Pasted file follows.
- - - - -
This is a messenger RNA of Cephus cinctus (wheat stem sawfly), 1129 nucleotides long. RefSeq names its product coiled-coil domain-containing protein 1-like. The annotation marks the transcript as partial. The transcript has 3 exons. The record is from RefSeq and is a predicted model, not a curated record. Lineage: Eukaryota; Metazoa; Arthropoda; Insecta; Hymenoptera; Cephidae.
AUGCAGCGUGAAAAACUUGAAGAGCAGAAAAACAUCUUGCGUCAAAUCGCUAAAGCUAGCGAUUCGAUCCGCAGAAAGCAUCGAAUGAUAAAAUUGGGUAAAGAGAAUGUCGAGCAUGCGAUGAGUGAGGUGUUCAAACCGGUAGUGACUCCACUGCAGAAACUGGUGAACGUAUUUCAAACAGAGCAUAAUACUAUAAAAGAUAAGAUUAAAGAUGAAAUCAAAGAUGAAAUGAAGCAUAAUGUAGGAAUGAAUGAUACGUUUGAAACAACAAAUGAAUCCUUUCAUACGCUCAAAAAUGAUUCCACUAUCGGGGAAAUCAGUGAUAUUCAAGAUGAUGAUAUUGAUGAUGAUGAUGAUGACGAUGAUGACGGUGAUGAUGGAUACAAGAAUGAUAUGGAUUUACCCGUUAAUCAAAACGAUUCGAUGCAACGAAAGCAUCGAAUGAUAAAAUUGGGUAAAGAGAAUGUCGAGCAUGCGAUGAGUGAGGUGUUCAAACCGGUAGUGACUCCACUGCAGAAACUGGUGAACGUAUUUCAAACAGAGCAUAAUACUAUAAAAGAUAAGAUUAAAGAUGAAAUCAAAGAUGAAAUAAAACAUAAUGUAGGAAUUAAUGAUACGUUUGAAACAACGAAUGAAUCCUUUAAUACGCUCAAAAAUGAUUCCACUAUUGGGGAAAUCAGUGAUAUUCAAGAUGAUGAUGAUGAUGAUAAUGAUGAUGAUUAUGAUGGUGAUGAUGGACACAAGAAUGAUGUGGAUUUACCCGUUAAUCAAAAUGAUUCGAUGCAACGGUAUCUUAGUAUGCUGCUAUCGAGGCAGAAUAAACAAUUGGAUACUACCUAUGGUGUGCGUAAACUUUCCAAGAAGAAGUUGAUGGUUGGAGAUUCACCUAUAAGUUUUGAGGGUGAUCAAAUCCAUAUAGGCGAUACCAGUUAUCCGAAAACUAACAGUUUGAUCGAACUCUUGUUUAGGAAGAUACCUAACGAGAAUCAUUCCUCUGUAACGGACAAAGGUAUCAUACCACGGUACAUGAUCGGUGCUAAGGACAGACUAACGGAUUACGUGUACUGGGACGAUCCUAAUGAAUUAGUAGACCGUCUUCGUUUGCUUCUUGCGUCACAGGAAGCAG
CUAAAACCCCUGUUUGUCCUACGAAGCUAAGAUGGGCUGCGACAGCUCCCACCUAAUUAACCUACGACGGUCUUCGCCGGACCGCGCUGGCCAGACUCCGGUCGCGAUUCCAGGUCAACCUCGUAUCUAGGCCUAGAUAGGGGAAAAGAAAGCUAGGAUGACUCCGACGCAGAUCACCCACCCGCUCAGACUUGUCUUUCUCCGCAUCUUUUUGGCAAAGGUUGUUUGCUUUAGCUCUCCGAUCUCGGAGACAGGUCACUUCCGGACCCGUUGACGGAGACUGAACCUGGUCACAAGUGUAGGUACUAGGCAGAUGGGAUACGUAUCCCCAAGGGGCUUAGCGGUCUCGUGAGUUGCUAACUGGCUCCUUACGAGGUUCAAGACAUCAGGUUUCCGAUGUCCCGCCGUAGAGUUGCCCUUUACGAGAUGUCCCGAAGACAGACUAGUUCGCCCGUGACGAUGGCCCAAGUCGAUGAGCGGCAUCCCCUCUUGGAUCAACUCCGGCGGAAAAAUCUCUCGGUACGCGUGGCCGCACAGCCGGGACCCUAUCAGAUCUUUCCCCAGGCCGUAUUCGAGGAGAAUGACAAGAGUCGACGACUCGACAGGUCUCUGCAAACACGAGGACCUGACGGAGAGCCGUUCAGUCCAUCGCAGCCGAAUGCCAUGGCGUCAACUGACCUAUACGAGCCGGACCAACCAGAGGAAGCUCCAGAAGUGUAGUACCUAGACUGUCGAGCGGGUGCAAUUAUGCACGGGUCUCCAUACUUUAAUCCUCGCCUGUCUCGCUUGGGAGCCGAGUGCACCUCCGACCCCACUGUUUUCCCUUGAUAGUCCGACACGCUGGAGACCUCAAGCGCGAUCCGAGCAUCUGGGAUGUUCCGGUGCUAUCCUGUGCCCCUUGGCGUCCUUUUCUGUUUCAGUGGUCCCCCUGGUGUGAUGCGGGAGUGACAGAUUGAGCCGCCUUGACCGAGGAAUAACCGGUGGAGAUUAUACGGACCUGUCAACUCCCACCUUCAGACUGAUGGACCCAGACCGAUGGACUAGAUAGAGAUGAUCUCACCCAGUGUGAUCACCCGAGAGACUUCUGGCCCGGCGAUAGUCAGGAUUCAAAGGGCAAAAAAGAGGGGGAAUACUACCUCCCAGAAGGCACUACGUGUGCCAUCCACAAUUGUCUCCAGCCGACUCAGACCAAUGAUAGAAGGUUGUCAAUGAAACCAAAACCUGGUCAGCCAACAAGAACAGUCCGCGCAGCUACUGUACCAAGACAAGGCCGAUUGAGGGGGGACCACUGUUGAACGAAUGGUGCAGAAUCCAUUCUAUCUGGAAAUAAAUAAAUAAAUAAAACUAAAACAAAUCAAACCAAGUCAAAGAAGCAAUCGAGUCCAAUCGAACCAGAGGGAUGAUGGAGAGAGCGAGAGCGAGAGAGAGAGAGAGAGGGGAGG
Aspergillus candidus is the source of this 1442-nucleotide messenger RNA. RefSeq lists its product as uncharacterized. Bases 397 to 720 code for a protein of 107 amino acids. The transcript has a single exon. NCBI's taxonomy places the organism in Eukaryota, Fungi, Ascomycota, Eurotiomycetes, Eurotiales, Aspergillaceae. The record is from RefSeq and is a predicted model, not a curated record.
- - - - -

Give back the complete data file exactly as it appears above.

This is a messenger RNA of Cephus cinctus (wheat stem sawfly), 1129 nucleotides long. RefSeq names its product coiled-coil domain-containing protein 1-like. The annotation marks the transcript as partial. The transcript has 3 exons. The record is from RefSeq and is a predicted model, not a curated record. Lineage: Eukaryota; Metazoa; Arthropoda; Insecta; Hymenoptera; Cephidae.
AUGCAGCGUGAAAAACUUGAAGAGCAGAAAAACAUCUUGCGUCAAAUCGCUAAAGCUAGCGAUUCGAUCCGCAGAAAGCAUCGAAUGAUAAAAUUGGGUAAAGAGAAUGUCGAGCAUGCGAUGAGUGAGGUGUUCAAACCGGUAGUGACUCCACUGCAGAAACUGGUGAACGUAUUUCAAACAGAGCAUAAUACUAUAAAAGAUAAGAUUAAAGAUGAAAUCAAAGAUGAAAUGAAGCAUAAUGUAGGAAUGAAUGAUACGUUUGAAACAACAAAUGAAUCCUUUCAUACGCUCAAAAAUGAUUCCACUAUCGGGGAAAUCAGUGAUAUUCAAGAUGAUGAUAUUGAUGAUGAUGAUGAUGACGAUGAUGACGGUGAUGAUGGAUACAAGAAUGAUAUGGAUUUACCCGUUAAUCAAAACGAUUCGAUGCAACGAAAGCAUCGAAUGAUAAAAUUGGGUAAAGAGAAUGUCGAGCAUGCGAUGAGUGAGGUGUUCAAACCGGUAGUGACUCCACUGCAGAAACUGGUGAACGUAUUUCAAACAGAGCAUAAUACUAUAAAAGAUAAGAUUAAAGAUGAAAUCAAAGAUGAAAUAAAACAUAAUGUAGGAAUUAAUGAUACGUUUGAAACAACGAAUGAAUCCUUUAAUACGCUCAAAAAUGAUUCCACUAUUGGGGAAAUCAGUGAUAUUCAAGAUGAUGAUGAUGAUGAUAAUGAUGAUGAUUAUGAUGGUGAUGAUGGACACAAGAAUGAUGUGGAUUUACCCGUUAAUCAAAAUGAUUCGAUGCAACGGUAUCUUAGUAUGCUGCUAUCGAGGCAGAAUAAACAAUUGGAUACUACCUAUGGUGUGCGUAAACUUUCCAAGAAGAAGUUGAUGGUUGGAGAUUCACCUAUAAGUUUUGAGGGUGAUCAAAUCCAUAUAGGCGAUACCAGUUAUCCGAAAACUAACAGUUUGAUCGAACUCUUGUUUAGGAAGAUACCUAACGAGAAUCAUUCCUCUGUAACGGACAAAGGUAUCAUACCACGGUACAUGAUCGGUGCUAAGGACAGACUAACGGAUUACGUGUACUGGGACGAUCCUAAUGAAUUAGUAGACCGUCUUCGUUUGCUUCUUGCGUCACAGGAAGCAG
CUAAAACCCCUGUUUGUCCUACGAAGCUAAGAUGGGCUGCGACAGCUCCCACCUAAUUAACCUACGACGGUCUUCGCCGGACCGCGCUGGCCAGACUCCGGUCGCGAUUCCAGGUCAACCUCGUAUCUAGGCCUAGAUAGGGGAAAAGAAAGCUAGGAUGACUCCGACGCAGAUCACCCACCCGCUCAGACUUGUCUUUCUCCGCAUCUUUUUGGCAAAGGUUGUUUGCUUUAGCUCUCCGAUCUCGGAGACAGGUCACUUCCGGACCCGUUGACGGAGACUGAACCUGGUCACAAGUGUAGGUACUAGGCAGAUGGGAUACGUAUCCCCAAGGGGCUUAGCGGUCUCGUGAGUUGCUAACUGGCUCCUUACGAGGUUCAAGACAUCAGGUUUCCGAUGUCCCGCCGUAGAGUUGCCCUUUACGAGAUGUCCCGAAGACAGACUAGUUCGCCCGUGACGAUGGCCCAAGUCGAUGAGCGGCAUCCCCUCUUGGAUCAACUCCGGCGGAAAAAUCUCUCGGUACGCGUGGCCGCACAGCCGGGACCCUAUCAGAUCUUUCCCCAGGCCGUAUUCGAGGAGAAUGACAAGAGUCGACGACUCGACAGGUCUCUGCAAACACGAGGACCUGACGGAGAGCCGUUCAGUCCAUCGCAGCCGAAUGCCAUGGCGUCAACUGACCUAUACGAGCCGGACCAACCAGAGGAAGCUCCAGAAGUGUAGUACCUAGACUGUCGAGCGGGUGCAAUUAUGCACGGGUCUCCAUACUUUAAUCCUCGCCUGUCUCGCUUGGGAGCCGAGUGCACCUCCGACCCCACUGUUUUCCCUUGAUAGUCCGACACGCUGGAGACCUCAAGCGCGAUCCGAGCAUCUGGGAUGUUCCGGUGCUAUCCUGUGCCCCUUGGCGUCCUUUUCUGUUUCAGUGGUCCCCCUGGUGUGAUGCGGGAGUGACAGAUUGAGCCGCCUUGACCGAGGAAUAACCGGUGGAGAUUAUACGGACCUGUCAACUCCCACCUUCAGACUGAUGGACCCAGACCGAUGGACUAGAUAGAGAUGAUCUCACCCAGUGUGAUCACCCGAGAGACUUCUGGCCCGGCGAUAGUCAGGAUUCAAAGGGCAAAAAAGAGGGGGAAUACUACCUCCCAGAAGGCACUACGUGUGCCAUCCACAAUUGUCUCCAGCCGACUCAGACCAAUGAUAGAAGGUUGUCAAUGAAACCAAAACCUGGUCAGCCAACAAGAACAGUCCGCGCAGCUACUGUACCAAGACAAGGCCGAUUGAGGGGGGACCACUGUUGAACGAAUGGUGCAGAAUCCAUUCUAUCUGGAAAUAAAUAAAUAAAUAAAACUAAAACAAAUCAAACCAAGUCAAAGAAGCAAUCGAGUCCAAUCGAACCAGAGGGAUGAUGGAGAGAGCGAGAGCGAGAGAGAGAGAGAGAGGGGAGG
Aspergillus candidus is the source of this 1442-nucleotide messenger RNA. RefSeq lists its product as uncharacterized. Bases 397 to 720 code for a protein of 107 amino acids. The transcript has a single exon. NCBI's taxonomy places the organism in Eukaryota, Fungi, Ascomycota, Eurotiomycetes, Eurotiales, Aspergillaceae. The record is from RefSeq and is a predicted model, not a curated record.